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Biceps Tendon Tear

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The biceps muscle is located on the upper arm between the shoulder and the elbow and is used to control and stabilize the arm as well as help bend the elbow. The biceps muscle is connected to the bones by two tendons at the shoulder and one tendon at the radius bone at the elbow. If the tendons that attach the muscle to the bones in the shoulder and the elbow become torn, the forearm difficult to move. Once torn, the tendons do not grow back and heal on their own. This injury needs to be treated during the first 2 to 3 weeks after the damage occurs, if not the muscle will begin to scar and shorten.

Biceps Tendon Tear Causes

It is very rare for the biceps tendon tear to be associated with a medical condition. Most tears occur because of the elbow being forced straight against resistance. The most common cause of a tendon tear is when someone picks up an object that is too heavy and the stress on the biceps is too much and the tendon tears.

Men over the age of 30 are most likely to suffer from a tear as well as smokers and people who take corticosteroid, or anti-inflammatory, medications.

Some of the potential causes for a torn bicep tendon include:

  • Traumatic injury
  • Overuse such as repetitive overhead sports
  • Wear and tear of aging process
  • Heavy overhead activities such as weightlifting
  • Smoking, as nicotine use affects nutrition of the tendon
  • Medication causing muscle and tendon weakness

Biceps Tendon Tear Symptoms

The most common symptoms of biceps tendon tear are:

  • Acute pain in the front of the elbow
  • A pop or tearing sound when the damage occurs
  • Visible deformity when the elbow is flexed
  • Pain and weakness when holding objects
  • Bruising in the elbow or forearm

Diagnosis

During a physical examination, your doctor will examine the shoulder to look for obvious deformities of the arm, which looks like a “Popeye Muscle,” which is characteristic of a complete tear of the tendon. To diagnose partial tendon tears, your doctor will have you bend your arm and flex the biceps muscle. If you experience pain while flexing, there might be a partial tear. Your doctor will rule out other conditions during a physical exam, such as rotator cuff injuries, tendinitis and impingement. Imaging tests can help determine the extent of your injuries, such as an x-ray or MRI. MRIs are more useful, as they create images of the soft tissue and can help determine whether there is a partial or complete tear.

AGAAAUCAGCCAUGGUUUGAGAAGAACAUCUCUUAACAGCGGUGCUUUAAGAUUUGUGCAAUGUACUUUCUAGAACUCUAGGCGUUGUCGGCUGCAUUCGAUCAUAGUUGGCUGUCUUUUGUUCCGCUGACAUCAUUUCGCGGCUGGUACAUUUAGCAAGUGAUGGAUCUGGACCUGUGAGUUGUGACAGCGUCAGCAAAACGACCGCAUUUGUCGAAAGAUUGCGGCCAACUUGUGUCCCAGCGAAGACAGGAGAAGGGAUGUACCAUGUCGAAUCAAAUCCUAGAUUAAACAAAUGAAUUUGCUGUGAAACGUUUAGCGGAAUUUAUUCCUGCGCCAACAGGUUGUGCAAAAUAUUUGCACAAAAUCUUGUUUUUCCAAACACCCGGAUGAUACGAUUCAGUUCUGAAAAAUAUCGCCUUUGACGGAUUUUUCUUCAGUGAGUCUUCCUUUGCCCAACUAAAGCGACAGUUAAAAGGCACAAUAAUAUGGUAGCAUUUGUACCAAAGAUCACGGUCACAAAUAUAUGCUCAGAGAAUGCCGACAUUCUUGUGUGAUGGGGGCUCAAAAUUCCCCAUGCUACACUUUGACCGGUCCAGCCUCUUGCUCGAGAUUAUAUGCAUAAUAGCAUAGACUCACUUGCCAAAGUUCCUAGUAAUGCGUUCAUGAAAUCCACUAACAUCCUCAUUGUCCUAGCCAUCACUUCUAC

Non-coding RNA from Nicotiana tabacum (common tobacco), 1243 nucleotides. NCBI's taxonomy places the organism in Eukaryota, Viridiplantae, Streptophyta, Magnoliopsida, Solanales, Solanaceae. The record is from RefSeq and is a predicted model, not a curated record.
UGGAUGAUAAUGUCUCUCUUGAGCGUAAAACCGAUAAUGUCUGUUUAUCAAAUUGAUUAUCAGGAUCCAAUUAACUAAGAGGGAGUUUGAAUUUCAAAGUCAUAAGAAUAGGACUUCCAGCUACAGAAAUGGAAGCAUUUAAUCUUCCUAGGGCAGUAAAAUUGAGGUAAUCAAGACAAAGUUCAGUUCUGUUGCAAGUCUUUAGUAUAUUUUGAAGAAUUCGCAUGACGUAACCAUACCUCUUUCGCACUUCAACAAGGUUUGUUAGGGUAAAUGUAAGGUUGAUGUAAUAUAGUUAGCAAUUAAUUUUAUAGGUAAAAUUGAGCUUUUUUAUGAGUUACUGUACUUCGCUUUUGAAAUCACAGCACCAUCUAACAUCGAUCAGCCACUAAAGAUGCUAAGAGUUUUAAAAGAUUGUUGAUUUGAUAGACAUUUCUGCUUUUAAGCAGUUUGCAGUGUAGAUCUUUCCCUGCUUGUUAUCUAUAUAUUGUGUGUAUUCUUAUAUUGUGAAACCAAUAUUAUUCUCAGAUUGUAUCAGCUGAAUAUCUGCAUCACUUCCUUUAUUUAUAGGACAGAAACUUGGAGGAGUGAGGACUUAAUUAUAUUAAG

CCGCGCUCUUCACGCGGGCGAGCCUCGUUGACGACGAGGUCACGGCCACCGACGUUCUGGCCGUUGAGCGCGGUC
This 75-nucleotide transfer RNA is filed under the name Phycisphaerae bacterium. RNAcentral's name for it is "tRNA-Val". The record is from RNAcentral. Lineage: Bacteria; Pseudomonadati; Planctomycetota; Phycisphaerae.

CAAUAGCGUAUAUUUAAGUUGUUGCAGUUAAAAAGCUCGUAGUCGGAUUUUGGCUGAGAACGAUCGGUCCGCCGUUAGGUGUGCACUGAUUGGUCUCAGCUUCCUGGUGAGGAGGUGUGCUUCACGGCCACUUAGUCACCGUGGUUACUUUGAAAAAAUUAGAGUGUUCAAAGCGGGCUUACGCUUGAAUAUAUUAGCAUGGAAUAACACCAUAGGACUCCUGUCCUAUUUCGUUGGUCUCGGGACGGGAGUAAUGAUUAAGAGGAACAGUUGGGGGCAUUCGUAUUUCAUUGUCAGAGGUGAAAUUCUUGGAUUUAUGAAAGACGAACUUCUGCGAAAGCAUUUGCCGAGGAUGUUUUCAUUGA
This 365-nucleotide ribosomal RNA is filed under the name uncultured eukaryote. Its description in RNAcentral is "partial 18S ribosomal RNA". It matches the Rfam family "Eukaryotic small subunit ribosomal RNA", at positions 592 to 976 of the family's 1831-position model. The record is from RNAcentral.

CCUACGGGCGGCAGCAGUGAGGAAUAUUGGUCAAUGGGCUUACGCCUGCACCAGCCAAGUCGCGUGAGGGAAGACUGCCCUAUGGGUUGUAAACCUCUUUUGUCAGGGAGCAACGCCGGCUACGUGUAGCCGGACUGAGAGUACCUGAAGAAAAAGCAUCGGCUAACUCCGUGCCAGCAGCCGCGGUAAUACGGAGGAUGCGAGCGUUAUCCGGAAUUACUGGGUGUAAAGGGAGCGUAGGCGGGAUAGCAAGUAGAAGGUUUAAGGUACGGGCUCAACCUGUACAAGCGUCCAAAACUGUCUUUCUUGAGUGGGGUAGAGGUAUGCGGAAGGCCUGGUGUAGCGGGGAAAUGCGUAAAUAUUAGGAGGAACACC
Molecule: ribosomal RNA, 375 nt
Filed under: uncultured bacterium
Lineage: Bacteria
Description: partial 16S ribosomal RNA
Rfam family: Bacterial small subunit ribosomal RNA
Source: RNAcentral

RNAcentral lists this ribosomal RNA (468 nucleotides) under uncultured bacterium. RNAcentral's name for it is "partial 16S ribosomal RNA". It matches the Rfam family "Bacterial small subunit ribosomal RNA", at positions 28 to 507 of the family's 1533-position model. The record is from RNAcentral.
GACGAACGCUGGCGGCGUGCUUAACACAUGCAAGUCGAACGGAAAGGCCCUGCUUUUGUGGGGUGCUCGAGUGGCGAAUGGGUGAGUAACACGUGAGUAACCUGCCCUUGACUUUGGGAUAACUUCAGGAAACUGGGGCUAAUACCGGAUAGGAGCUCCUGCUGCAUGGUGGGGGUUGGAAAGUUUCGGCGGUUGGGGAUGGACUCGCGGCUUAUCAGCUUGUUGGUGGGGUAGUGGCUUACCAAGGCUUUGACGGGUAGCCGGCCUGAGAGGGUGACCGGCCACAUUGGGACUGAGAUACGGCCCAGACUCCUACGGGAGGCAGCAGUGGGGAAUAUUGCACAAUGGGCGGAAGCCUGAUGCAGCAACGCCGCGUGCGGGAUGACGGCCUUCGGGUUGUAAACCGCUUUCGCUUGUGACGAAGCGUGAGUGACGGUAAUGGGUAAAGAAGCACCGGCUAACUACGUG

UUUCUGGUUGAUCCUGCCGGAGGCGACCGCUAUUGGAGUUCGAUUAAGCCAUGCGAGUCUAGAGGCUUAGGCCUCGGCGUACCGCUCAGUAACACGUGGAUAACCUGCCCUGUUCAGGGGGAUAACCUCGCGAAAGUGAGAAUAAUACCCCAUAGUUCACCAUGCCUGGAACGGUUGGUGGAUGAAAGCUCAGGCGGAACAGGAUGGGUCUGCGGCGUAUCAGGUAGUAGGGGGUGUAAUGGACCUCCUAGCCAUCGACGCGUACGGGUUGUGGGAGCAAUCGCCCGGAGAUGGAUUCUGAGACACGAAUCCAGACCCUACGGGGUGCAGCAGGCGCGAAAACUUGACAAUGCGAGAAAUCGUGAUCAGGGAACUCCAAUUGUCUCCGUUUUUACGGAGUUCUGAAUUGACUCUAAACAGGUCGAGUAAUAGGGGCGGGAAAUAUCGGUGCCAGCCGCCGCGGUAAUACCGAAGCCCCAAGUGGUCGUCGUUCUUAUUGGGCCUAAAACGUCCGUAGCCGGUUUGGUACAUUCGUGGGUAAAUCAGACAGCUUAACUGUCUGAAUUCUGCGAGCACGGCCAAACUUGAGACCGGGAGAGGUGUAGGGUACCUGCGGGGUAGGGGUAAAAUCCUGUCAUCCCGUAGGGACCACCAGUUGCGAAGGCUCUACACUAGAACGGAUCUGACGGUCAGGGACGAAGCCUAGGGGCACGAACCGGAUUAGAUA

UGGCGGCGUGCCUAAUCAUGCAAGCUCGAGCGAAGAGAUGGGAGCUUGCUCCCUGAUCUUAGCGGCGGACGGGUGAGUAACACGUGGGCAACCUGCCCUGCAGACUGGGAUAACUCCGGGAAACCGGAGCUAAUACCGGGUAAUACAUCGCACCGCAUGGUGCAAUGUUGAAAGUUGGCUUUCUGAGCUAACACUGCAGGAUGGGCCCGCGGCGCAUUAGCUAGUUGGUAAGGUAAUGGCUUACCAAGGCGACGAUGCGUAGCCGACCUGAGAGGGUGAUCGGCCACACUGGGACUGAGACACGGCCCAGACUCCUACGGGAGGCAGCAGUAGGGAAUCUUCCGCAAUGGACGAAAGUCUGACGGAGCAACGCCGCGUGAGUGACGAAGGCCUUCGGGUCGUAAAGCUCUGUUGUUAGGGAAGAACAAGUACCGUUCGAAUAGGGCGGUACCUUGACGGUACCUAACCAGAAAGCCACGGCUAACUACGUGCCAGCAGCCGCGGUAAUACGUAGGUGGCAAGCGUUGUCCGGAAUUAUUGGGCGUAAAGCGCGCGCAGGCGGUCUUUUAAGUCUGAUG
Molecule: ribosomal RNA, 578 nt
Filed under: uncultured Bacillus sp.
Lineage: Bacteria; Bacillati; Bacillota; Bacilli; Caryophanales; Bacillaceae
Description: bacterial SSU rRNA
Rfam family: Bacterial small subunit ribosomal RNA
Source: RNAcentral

Biceps Tendon Tear Treatment

Nonsurgical Treatment

  • Ice or cold compress to reduce swelling.
  • NSAID medication to relieve pain or swelling.
  • Physical therapy to help with range of motion.

Surgical Treatment

If surgery is recommended there are several procedures that doctors can use to fix the problem. A common choice is to have an arthroscopic surgery to reattach the torn biceps tendon to the forearm bone. To do this repair, doctors will make a small incision in the forearm near the elbow, then, using a tiny camera and medical tools, they will remove any damaged tissue and clean the area that need to be fixed. Once the damage has been cleaned, surgeons will drill a few small holes into the bone of the forearm and attach the torn tendons to the holes using screws. After doctors are finished they will close the incision with stitches and bandage the area.

Risks

Like with any surgery, there are risks involved that patients need to be aware of:

  • Persistent weakness
  • Infection
  • Damage to the ulnar nerve
  • Blood vessel damage
  • Loss of strength
  • Death

Biceps Tendon Rupture

The bicep is a muscle that stabilizes the limb and allows the arm to bend at the elbow as well as letting the arm rotate. The biceps are attached by tendons over two joints, the shoulder and elbow. When a bicep tendon is torn at the shoulder, there is decreased arm strength and it can be very difficult to turn the arm. Biceps tendon tears are either partial or complete, but the most common damage is that the tendons are frayed. Many times this injury can be treated with non-surgery techniques. However, when surgery is required, it can be done arthroscopically or with a mini-open sub-pectoralis repair. During surgery the torn tendon will be anchored to the bone and any damaged tissue will be cleaned. It is important to talk with your doctor about which surgery is the best option for you.

Bicep Tendon Rupture Causes

When biceps tendons tear it is often caused by:

  • Falling hard with outstretched arms
  • Lifting something that is too heavy
  • Overuse by repeating the same motions

Bicep Tendon Rupture Symptoms

  • Sudden sharp pain in the upper arm
  • Hearing a pop or snap in the arm
  • Cramping of the biceps because of heavy use of the arm
  • Bruising in the middle of the arm
  • Weakness in the shoulder and elbow
  • Difficulty turning the arm palm up or palm down
  • A bulge in the upper arm above the elbow with a dent close to the shoulder

Bicep tears and ruptures can be incredibly painful. If you're suffering from a bicep injury, it's time you get real treatment. If you are interested in learning more about the causes and symptoms of bicep tendon tears and ruptures, as well as available treatment options, please call West Medical at (855) 690-0565 and one of our representatives will be happy to address any of your questions, comments, or concerns.

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